Lungs are lined with a phospholipid layer which helps with the removal of inhaled particles. Damage to this layer by pollutants such as ozone can lead to decreased pulmonary function.
A collaboration led by Katherine Thompson, Birkbeck College, London, UK, and Adrian Rennie, Uppsala University, Sweden, has used neutron reflection and surface pressure measurements to study layers of phospholipid 1-palmitoyl-2-oleoyl-sn-glycero-3-phosphocholine (POPC) at a water surface in real time.
The neutron reflection measurements reveal that the palmitoyl strand is lost from the air-water interface on reaction with ozone. Solubilization is not seen as the headgroup region remains unperturbed by the reaction. Initial reaction of POPC with ozone at low concentrations leads to rapid increase in surface pressure followed by slow decrease due to loss of material from the surface.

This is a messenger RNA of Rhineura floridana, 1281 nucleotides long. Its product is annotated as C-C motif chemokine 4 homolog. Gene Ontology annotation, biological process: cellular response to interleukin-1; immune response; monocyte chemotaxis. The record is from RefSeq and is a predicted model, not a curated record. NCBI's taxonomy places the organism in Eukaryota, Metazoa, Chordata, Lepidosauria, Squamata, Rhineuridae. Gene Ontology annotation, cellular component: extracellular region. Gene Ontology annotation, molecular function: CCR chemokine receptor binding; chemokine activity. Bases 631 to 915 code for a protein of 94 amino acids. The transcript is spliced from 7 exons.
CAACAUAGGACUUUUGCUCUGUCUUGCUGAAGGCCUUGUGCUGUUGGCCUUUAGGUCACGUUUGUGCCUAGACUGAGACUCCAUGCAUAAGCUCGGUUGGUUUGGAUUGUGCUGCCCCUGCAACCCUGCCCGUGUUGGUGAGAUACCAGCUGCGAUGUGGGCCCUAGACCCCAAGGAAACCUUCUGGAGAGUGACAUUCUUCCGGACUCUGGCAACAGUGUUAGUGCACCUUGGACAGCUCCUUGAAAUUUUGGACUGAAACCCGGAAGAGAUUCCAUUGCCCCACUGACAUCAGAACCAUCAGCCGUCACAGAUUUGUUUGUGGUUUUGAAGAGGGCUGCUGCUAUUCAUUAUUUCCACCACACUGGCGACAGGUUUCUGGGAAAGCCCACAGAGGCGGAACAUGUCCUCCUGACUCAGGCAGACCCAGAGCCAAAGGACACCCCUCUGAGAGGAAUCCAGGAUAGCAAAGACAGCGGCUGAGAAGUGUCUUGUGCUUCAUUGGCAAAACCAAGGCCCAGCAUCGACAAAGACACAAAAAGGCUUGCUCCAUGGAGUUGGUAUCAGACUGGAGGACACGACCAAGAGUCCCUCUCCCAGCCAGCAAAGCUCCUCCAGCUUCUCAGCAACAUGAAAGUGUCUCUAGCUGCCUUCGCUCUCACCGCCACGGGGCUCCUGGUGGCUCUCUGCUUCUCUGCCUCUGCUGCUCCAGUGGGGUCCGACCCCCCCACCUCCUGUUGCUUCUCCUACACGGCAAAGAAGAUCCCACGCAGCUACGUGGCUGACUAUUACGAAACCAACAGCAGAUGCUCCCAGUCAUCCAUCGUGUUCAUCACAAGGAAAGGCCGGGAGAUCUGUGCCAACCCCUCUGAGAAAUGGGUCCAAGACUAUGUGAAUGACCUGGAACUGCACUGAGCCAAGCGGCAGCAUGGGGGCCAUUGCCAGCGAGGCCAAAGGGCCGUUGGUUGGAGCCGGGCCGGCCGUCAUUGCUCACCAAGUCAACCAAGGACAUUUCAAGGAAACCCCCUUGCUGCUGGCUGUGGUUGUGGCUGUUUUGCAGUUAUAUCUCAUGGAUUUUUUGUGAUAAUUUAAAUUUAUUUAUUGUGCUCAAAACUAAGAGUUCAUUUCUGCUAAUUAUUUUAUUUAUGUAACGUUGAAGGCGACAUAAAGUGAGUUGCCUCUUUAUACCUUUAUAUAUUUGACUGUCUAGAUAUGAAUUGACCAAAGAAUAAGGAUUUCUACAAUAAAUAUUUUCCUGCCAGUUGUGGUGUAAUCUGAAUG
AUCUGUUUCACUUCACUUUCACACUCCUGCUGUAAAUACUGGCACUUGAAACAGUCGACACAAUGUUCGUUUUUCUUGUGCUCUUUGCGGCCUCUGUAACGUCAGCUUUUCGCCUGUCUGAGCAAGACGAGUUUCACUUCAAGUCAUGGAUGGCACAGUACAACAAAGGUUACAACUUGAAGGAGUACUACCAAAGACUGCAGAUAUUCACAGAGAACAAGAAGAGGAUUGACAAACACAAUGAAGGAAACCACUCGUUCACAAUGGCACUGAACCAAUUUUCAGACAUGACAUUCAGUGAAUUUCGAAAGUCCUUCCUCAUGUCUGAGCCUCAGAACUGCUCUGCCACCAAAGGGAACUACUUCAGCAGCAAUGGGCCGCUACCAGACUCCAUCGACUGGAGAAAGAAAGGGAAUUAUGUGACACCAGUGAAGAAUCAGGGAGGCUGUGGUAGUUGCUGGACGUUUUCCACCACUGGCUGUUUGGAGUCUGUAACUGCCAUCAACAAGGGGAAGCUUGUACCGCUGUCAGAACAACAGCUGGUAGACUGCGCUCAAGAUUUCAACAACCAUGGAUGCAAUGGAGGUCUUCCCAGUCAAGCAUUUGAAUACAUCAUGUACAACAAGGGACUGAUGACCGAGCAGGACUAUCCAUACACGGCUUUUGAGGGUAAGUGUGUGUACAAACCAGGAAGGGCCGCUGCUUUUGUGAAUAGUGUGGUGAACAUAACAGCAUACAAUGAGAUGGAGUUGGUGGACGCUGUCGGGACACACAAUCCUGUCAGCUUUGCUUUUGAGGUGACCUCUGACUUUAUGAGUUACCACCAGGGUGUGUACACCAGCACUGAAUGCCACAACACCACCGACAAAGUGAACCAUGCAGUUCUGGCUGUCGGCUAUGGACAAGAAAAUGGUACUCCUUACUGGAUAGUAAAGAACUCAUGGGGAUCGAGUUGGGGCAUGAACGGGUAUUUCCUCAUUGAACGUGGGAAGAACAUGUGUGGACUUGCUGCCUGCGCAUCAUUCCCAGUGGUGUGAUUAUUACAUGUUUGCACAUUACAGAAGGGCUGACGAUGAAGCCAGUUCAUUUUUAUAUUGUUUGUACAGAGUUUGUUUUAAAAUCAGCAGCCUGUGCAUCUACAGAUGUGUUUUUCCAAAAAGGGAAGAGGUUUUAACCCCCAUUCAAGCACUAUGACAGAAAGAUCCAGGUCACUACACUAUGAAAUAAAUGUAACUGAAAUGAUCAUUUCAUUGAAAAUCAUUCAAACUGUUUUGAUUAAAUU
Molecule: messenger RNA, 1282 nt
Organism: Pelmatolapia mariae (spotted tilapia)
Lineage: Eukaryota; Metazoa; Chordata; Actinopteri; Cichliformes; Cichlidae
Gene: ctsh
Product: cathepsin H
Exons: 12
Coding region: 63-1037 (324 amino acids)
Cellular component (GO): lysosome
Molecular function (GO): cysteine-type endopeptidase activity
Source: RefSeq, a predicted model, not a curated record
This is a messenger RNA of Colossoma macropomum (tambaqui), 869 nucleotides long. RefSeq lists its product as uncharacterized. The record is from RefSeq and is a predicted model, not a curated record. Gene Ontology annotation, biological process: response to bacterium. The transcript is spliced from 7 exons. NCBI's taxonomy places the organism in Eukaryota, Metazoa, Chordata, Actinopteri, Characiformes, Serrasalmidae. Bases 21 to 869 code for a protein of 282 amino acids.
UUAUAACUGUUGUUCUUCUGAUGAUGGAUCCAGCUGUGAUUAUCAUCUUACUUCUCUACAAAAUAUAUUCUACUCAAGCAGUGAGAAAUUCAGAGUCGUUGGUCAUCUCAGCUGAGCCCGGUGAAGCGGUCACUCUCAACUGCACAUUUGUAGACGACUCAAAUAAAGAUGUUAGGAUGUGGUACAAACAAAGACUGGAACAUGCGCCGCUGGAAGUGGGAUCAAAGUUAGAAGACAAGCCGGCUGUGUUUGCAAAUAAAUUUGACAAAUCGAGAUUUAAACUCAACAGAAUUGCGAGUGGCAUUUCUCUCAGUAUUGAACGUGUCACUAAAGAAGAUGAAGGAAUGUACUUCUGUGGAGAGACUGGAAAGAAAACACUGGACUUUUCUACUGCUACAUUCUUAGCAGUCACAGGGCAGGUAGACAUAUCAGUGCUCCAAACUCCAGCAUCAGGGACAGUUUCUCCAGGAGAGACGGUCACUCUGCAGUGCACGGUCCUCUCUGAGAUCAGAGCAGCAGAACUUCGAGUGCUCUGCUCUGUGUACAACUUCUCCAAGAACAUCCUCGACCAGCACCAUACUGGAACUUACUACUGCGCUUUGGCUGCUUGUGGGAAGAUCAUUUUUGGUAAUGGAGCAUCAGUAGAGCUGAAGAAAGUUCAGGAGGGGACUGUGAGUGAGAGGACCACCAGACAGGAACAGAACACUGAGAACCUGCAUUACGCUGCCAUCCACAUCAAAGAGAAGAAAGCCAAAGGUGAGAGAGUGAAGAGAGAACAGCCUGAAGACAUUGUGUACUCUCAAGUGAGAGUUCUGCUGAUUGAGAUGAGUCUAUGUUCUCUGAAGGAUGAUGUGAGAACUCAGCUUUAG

- Reaction of a Phospholipid Monolayer with Gas-Phase Ozone at the Air−Water Interface: Measurement of Surface Excess and Surface Pressure in Real Time
K. Thompson, A. Rennie, M. King, S. Hardman, C. Lucas, C. Pfrang, B. Hughes, A. Hughes,
Langmuir 2010, 26.